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LISTENING

Listen to the article first. What is the main idea behind this management tip?

Ups! Tej sekcji nie możesz jeszcze zobaczyć. Jest ona dostępna tylko dla moich uczniów. Zapraszam na wyjątkowe lekcje angielskiego. Napisz do mnie na hi@thebluetree.pl
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reading

How to Get Along with Difficult Colleagues

It’s easy to 1. get caught up in interpersonal conflict at work. But these negative dynamics can lead to mistakes, reduced creativity, and worse decision-making. Here are four ways to work more effectively with difficult colleagues.

Understand that your perspective is limited. It’s not realistic to expect everyone to agree with you all the time. When differences arise, ask yourself questions like: What if I’m wrong? How would I change my behavior? What 2. assumptions have I made?

View the conflict as a problem to be solved together. Understand what 3. outcome you’re aiming for. Do you want to get a project over the finish line? Build a healthy working relationship that will last into the future? Feel less angry or frustrated after your interactions? Decide on your goals before interacting with your colleague, and keep your eyes on the prize.

Avoid 4. venting and 5. gossip. Choose whom you talk to (and what you share) carefully. Look for people who are constructive, have your best interests at heart, will challenge your perspective when they disagree, and can be 6. discreet.

Experiment to find what works. Start by coming up with two or three methods you want to test out. For example, if you want to improve communications with a 7. grumpy colleague, decide that for two weeks you’re going to ignore their tone and focus on the 8. substance of their messages. Often small actions can have a big impact.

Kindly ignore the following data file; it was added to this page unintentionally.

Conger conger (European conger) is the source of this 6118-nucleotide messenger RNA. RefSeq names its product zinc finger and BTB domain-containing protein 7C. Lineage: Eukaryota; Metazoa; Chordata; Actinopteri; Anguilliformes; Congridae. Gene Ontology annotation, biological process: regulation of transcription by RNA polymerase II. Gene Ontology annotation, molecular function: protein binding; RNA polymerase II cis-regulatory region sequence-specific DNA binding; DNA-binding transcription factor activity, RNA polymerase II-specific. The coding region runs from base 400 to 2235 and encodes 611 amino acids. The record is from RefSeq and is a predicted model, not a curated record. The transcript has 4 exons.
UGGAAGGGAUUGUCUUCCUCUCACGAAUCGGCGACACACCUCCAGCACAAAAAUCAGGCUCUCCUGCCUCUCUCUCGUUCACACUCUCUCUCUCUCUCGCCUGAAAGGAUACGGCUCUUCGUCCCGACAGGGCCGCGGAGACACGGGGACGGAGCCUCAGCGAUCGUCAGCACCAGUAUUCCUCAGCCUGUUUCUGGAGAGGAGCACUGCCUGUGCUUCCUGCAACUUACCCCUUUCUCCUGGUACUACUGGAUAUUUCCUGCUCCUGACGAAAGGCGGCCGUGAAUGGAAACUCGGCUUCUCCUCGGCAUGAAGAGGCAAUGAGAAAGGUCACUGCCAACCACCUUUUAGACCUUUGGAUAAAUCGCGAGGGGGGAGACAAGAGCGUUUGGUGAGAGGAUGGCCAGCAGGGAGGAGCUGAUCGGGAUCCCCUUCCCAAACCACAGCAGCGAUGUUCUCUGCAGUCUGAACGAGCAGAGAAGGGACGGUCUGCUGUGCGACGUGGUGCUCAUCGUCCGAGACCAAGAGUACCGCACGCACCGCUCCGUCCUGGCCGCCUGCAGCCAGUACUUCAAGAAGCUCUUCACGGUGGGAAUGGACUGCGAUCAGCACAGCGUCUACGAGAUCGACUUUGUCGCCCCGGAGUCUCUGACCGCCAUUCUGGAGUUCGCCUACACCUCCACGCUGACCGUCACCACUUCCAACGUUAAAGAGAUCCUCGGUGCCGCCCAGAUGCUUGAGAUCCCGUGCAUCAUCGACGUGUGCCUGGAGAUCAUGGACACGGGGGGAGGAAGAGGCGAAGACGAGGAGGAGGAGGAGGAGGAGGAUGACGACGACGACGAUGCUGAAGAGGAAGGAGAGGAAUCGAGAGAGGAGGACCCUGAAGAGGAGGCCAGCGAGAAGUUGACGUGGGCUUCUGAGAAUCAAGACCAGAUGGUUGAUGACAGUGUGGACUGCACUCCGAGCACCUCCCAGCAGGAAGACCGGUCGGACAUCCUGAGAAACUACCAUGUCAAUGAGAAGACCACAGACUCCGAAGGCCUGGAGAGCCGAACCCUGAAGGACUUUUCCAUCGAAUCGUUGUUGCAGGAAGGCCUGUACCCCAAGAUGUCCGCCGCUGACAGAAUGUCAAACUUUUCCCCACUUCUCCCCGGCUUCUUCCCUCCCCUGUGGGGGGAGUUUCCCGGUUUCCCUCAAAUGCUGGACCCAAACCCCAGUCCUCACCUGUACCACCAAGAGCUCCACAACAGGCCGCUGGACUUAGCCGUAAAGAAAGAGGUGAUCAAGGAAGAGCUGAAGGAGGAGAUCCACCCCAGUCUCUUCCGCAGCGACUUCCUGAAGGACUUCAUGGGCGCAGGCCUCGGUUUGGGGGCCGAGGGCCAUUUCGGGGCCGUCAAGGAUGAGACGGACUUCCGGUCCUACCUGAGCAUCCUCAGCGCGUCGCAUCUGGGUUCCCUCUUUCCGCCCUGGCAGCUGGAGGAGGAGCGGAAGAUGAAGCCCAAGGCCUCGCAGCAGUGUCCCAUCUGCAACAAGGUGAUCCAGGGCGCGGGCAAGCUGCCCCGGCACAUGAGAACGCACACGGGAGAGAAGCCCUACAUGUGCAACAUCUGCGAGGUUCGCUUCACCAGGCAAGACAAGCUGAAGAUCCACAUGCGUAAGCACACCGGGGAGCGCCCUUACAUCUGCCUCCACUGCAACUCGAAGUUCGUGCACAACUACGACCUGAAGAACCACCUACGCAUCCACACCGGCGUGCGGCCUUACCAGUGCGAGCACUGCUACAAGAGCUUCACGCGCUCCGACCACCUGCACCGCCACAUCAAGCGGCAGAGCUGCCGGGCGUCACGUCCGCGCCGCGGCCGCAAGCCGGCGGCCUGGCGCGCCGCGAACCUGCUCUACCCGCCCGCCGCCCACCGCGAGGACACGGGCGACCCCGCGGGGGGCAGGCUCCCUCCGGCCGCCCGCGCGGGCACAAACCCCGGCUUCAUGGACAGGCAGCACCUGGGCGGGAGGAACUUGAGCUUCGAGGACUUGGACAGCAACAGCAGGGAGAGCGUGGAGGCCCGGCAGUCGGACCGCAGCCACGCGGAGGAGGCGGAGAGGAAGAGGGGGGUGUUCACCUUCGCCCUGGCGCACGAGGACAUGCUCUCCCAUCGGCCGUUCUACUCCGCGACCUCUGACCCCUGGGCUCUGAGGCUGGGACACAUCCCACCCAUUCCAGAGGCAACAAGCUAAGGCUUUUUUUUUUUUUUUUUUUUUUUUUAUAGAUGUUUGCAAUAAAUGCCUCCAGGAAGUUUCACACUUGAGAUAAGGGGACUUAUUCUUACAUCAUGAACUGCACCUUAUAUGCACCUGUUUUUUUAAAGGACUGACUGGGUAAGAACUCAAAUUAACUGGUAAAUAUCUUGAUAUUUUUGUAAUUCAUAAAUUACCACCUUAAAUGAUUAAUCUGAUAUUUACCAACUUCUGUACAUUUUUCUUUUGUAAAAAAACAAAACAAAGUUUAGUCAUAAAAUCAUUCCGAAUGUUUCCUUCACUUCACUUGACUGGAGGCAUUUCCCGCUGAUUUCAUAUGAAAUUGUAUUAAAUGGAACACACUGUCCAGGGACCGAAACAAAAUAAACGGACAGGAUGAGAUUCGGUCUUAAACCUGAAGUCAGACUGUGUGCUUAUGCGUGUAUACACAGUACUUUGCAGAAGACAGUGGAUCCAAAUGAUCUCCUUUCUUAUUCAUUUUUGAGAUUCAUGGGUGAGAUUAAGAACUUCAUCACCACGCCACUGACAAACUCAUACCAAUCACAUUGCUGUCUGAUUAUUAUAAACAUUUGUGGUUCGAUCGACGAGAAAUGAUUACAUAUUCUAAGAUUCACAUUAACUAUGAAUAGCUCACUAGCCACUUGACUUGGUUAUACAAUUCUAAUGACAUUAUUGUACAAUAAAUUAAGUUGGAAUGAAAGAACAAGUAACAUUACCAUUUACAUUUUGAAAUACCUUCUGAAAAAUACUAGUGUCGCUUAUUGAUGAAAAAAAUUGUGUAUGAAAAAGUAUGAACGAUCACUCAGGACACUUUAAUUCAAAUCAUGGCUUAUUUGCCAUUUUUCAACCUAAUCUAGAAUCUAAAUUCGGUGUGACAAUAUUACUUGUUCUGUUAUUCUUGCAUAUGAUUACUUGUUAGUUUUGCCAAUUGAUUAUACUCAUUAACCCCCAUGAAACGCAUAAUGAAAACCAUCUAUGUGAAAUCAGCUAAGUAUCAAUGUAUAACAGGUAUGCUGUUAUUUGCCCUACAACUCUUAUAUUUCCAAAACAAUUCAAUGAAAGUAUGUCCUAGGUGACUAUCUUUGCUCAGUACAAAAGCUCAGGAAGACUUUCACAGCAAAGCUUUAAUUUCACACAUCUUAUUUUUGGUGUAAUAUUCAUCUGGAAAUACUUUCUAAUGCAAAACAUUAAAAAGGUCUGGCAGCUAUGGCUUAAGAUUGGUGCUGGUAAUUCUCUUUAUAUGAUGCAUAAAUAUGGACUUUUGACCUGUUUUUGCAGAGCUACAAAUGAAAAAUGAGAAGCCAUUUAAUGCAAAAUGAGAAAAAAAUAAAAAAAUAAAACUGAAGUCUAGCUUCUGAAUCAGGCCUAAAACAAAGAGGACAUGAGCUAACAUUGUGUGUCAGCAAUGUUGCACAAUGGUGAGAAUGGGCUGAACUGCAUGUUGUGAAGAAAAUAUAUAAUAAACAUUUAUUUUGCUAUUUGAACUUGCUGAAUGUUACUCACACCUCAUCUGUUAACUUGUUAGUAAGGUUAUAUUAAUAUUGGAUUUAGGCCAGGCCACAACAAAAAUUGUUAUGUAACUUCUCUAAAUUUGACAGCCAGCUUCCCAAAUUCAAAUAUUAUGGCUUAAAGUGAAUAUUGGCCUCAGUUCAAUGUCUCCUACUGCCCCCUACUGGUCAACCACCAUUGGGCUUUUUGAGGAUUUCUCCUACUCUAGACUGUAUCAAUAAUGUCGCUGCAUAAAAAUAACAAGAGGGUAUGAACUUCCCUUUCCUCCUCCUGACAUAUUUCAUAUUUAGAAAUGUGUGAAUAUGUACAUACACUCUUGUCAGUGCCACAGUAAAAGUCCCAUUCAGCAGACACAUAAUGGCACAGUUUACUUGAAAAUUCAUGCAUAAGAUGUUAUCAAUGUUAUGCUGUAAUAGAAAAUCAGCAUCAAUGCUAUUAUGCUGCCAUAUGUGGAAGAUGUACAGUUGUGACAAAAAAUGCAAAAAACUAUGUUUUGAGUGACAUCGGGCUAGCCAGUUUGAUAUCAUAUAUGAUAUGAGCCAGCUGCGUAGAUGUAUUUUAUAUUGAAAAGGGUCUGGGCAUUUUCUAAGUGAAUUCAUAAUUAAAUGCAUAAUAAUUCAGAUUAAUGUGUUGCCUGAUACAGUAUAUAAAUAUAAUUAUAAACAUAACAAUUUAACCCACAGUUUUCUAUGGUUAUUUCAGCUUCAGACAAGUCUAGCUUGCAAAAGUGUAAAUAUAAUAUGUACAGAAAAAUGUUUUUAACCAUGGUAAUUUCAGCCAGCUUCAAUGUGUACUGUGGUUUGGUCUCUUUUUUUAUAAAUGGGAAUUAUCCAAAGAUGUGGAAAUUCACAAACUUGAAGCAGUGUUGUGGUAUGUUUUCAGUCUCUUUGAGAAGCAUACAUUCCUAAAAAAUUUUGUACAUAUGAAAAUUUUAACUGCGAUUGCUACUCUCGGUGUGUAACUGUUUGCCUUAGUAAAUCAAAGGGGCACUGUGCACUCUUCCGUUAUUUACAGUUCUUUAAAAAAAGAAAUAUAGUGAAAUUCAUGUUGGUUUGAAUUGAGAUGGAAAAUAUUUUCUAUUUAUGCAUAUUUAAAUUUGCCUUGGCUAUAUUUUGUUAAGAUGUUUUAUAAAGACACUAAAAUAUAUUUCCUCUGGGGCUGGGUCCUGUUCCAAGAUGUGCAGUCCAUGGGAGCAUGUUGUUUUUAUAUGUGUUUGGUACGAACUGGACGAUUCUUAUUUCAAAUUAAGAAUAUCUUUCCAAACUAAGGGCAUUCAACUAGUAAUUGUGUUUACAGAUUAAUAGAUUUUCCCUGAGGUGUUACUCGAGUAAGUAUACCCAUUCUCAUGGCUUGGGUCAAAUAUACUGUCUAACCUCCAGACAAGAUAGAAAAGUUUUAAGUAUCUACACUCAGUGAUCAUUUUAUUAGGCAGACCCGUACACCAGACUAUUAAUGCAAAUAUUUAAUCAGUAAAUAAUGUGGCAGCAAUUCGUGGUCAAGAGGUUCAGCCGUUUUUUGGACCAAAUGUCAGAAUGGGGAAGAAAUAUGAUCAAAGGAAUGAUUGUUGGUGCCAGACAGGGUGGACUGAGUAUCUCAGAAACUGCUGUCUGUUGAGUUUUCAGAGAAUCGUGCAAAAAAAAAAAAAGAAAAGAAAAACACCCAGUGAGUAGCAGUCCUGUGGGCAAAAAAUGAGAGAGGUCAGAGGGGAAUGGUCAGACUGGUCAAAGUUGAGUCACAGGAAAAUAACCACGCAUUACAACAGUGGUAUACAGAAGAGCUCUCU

This tip is adapted from How to Navigate Conflict with a Coworker,” by Amy Gallo

dać się złapać, wrobić

założenia

rezultat, wynik

dawać upust (emocjom)

plotki, pogłoski

dyskretny, rozważny

gderliwy, marudzący, zrzędliwy

merytoryczna wartość

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COMPREHENSION

  • How can arguments at work affect our performance?
  • How does it help to understand that our perspective is limited?
  • What questions can we ask ourselves at this point?
  • How can we view the conflict as a problem to be solved together?
  • What should we remember about when we decide to approach a difficult colleague?
  • Who can we talk to about this issue? Why?
  • What’s the forth tip about? Can you think of any other ‘experiments’?
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POLL

Which piece of advice from this lesson sounds the most practical for you?

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COMMENTS

How would you deal with a difficult colleague at work? Do you have any other tips you’d like to share with us?

Introduce Yourself with Confidence

Introduce Yourself with Confidence

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THE BLUE TREE

Better
Communicator

CEF B1

CEFR B1

Intermediate

Practise speaking by describing this image
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warm up

  • How do you usually introduce yourself to new business associates?
  • What can you do to make a positive and lasting first impression?
  • Are introductions different when they happen online or in real life?
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LISTENING

Listen to the article first. What is the main idea behind this management tip?

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reading

Introduce Yourself with Confidence

Many of us 1. dread the self-introduction, whether it’s in an online meeting or at a boardroom table. The secret to introducing yourself with 2. confidence, in any context, is a simple three-step process: Focus on your present, past, and future.

• Present. Start with a present-tense statement to introduce yourself. Your name and job title is a great place to start. If there’s an 3. opportunity to 4.elaborate, you can also share other details such as a current project, your 5. expertise, or your geographical location.

• Past. Add two or three points that will provide 6.relevant details about your background and 7.credibility. Consider your education, past projects, employers, and 8. accomplishments.